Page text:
Rincon told police he borrowed the shoes from Pablo Ibar.
Then they examined a t-shirt that was found outside the front door of Butch Casey’s home that the killers fled through.
Casey’s blood was on the shirt, but no other forensic evidence. There was something, however.
A logo on the t-shirt belonged to a company called Consolidated Electric Supply. That company had a business relationship with the employer of Pablo Ibar’s mother.
Detectives began digging into Pablo Ibar’s circle of friends. They questioned one of Ibar’s former roommates, John Klimeczko, who blew the case wide open.
First, Klimeczko positively identified Ibar as the face captured on the Casey security camera.
Then he looked at the second man in the video — he was wearing a ballcap and sunglasses to conceal his identity. But Klimeczko told investigators the second man was Seth Penalver.
Klimeczko also gave police more information about the flop house where he had once lived with Pablo Ibar and Alex Hernandez.
The house was on Lee Street in Hollywood, Florida, and became a focus of the investigation.
Klimeczko verified to police that the residents of the house often exchanged clothing if they fit — which police thought gave credibility to Albero Rincon’s claim that he had borrowed Ibar’s shoes, the ones that matched the bloody footprint in the Casey house.
And he said that on the morning of the murders he saw Ibar and Penalver come home “acting real funny and stuff.” He said he saw them take a Tech 9 machine gun from under a bed and leave the house with it.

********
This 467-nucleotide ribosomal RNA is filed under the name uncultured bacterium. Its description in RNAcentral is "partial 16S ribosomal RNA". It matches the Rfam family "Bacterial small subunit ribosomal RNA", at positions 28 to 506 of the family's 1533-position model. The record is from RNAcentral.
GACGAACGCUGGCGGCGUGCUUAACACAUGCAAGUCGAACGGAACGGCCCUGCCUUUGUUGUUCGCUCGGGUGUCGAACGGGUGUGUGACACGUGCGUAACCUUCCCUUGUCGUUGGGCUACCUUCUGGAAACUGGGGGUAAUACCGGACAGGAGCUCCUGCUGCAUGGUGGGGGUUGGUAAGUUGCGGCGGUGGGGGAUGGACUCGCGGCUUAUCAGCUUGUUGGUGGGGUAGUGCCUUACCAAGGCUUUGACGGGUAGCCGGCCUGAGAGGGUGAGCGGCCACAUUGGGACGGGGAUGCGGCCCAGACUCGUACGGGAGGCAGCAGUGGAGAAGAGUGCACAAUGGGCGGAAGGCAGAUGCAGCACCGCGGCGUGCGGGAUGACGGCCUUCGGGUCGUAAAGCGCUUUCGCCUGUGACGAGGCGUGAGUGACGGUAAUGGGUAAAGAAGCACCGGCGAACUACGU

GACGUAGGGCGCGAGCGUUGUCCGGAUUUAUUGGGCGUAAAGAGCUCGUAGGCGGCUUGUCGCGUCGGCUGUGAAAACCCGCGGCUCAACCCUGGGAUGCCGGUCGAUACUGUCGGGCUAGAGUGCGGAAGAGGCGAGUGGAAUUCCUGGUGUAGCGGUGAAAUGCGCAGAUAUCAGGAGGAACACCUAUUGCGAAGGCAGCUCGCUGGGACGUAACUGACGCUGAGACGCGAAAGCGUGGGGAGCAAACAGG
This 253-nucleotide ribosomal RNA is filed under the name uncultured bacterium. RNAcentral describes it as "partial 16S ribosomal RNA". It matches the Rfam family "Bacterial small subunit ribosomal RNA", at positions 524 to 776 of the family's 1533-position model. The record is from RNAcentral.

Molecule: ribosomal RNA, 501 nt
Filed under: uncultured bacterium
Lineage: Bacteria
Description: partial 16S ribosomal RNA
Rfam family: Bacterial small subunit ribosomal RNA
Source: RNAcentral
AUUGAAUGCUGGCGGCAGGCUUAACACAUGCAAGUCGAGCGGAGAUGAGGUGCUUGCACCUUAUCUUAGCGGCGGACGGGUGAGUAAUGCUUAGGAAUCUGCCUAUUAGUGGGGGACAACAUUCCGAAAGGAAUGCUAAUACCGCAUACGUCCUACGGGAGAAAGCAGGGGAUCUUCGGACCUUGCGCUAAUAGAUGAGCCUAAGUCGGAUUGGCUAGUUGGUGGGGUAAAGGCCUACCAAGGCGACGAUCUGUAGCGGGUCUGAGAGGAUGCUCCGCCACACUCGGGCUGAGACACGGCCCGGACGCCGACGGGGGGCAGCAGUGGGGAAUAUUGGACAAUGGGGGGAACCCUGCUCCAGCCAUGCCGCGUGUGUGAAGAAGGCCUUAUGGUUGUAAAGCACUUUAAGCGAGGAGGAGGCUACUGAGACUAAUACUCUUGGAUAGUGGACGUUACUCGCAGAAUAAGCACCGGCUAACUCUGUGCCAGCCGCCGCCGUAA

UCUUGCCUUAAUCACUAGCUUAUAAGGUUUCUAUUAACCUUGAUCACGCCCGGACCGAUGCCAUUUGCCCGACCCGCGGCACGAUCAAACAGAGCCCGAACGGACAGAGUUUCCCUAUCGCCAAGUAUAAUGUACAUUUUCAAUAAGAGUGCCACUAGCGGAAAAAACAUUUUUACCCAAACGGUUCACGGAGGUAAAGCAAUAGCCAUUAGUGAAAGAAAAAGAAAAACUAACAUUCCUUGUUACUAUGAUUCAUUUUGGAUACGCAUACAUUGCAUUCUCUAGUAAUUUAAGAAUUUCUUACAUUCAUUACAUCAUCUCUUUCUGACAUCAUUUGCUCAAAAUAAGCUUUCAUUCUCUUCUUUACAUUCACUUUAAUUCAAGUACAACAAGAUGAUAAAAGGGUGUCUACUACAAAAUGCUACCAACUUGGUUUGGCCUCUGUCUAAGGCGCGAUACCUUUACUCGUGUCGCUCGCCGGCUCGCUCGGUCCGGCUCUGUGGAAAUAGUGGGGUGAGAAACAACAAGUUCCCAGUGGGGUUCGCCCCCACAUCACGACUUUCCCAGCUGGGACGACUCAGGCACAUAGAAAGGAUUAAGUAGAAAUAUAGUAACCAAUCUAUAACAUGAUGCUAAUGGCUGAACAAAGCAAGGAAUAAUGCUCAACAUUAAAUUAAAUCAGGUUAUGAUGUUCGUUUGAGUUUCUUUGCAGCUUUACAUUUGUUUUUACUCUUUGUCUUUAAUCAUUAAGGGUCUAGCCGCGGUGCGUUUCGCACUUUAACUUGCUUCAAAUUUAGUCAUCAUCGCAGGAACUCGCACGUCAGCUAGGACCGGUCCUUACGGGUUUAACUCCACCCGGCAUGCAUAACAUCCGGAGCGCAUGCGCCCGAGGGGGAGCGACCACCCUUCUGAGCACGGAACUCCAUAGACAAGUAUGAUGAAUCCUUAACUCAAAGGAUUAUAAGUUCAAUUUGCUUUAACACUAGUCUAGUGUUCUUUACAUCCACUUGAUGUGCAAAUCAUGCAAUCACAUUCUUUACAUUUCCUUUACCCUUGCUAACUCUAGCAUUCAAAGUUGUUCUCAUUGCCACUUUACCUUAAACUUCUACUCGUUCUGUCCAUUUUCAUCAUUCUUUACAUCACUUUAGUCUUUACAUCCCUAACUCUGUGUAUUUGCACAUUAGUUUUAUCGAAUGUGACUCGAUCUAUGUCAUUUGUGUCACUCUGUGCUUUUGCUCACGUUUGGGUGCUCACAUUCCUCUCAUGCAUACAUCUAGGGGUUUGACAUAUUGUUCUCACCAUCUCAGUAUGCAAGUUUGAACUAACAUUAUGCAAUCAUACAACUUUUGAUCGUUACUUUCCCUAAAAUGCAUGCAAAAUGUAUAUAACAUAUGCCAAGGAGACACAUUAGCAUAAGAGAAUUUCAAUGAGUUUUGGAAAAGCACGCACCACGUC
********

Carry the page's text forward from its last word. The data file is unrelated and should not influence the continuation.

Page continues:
Then later, he said, Ibar and Penalver returned in a new, dark-colored car.
When Klimeczko identified the second man in the video as Seth Penalver, he incorrectly called him Seth Pentlover. He even spelled it out. That mistake would haunt the prosecution of Penalver years later.
But detectives figured out the error and announced that Penalver was a person of interest in the Casey’s Nickelodeon Murders.
The story was splashed across newspapers and television news shows — pressuring Penalver to turn himself in on Aug. 5, 1994.
Penalver’s girlfriend, Melissa Monroe, told police the man in the Casey security video looked like Panalver. She also told them that she and her friends ran into Panalver and Pablo Ibar at Casey’s Nickelodeon on the same fateful night that Butch Casey met Marie Rogers and Sharon Anderson, hours before their murders.